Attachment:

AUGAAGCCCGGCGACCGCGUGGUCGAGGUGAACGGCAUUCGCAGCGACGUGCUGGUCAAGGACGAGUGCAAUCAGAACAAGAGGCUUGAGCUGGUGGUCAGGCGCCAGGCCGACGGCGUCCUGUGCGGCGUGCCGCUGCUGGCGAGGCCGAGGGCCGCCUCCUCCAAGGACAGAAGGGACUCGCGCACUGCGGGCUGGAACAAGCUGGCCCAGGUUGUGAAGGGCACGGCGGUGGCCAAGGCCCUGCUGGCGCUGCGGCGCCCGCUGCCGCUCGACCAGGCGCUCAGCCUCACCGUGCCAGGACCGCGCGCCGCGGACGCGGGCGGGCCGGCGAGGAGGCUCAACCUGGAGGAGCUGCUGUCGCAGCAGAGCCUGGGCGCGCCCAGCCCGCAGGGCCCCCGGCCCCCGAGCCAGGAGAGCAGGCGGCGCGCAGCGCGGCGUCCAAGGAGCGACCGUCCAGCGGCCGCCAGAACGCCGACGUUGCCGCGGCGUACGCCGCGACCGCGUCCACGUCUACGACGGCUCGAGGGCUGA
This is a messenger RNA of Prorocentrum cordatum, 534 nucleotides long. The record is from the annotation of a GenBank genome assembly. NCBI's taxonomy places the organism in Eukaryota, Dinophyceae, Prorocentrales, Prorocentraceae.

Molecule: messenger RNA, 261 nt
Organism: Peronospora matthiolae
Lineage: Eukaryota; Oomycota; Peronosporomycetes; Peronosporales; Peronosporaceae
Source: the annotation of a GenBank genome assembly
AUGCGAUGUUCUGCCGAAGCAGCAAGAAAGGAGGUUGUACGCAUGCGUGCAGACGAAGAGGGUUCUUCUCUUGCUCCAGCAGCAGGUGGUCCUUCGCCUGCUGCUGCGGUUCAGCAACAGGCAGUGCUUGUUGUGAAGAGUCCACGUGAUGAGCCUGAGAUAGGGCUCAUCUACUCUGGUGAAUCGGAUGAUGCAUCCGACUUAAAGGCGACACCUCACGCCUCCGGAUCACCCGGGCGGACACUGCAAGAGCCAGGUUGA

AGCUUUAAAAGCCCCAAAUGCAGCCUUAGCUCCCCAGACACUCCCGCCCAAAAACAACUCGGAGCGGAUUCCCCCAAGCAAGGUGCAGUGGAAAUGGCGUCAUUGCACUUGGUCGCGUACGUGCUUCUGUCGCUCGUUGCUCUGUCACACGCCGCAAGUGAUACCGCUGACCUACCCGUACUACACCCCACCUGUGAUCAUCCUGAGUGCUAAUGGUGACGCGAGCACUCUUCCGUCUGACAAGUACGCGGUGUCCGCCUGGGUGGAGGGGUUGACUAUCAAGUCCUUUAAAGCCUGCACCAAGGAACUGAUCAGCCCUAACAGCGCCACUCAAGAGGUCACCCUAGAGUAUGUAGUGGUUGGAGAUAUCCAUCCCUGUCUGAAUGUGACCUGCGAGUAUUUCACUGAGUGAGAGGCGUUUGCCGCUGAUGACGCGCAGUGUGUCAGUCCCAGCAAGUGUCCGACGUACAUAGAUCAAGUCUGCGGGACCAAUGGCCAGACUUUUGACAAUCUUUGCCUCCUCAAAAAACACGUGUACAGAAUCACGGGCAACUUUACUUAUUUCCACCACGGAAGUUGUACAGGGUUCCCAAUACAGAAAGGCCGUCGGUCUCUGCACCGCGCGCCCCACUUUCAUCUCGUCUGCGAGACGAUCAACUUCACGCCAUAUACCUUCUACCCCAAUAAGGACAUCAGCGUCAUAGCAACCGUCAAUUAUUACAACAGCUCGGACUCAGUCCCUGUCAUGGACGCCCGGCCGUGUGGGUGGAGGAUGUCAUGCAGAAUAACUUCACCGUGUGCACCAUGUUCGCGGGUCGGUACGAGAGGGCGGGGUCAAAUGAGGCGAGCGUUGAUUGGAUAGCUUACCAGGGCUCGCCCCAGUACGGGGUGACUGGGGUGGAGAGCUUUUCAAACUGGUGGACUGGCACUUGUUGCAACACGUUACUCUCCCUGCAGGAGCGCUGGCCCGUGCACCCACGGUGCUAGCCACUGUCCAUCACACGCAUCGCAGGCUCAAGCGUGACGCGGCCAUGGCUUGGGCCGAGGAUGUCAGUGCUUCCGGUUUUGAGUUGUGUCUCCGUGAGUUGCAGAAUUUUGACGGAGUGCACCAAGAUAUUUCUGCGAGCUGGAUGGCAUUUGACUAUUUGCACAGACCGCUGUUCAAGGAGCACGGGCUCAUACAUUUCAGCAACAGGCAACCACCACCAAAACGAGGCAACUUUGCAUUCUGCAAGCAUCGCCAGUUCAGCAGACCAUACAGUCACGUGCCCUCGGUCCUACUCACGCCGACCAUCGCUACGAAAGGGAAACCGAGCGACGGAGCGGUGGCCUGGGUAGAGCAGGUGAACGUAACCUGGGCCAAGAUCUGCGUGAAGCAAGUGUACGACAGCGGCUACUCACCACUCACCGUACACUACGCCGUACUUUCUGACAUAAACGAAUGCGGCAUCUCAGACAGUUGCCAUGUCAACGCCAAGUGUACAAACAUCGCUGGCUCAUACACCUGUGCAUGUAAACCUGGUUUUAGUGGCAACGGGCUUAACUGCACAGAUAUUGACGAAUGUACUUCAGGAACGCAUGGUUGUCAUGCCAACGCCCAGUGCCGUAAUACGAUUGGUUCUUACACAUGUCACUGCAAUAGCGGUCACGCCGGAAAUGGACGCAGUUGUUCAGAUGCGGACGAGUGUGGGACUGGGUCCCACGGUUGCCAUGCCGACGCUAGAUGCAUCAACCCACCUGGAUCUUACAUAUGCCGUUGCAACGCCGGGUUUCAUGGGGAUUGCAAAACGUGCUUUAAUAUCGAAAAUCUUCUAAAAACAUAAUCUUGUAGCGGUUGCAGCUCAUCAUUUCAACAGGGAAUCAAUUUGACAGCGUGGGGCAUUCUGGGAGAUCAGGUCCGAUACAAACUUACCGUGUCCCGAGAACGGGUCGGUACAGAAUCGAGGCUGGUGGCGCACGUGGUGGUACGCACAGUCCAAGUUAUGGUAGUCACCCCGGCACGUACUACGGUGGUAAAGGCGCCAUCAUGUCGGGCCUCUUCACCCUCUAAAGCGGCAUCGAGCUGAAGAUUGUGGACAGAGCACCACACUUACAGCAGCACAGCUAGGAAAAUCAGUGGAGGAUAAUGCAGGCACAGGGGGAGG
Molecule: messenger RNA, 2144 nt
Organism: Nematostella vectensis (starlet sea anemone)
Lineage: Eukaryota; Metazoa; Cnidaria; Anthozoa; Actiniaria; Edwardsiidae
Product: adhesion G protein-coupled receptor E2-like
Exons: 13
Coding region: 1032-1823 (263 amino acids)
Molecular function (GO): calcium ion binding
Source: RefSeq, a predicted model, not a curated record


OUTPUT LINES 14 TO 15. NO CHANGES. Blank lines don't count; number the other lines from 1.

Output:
Coding region: 1032-1823 (263 amino acids)
Molecular function (GO): calcium ion binding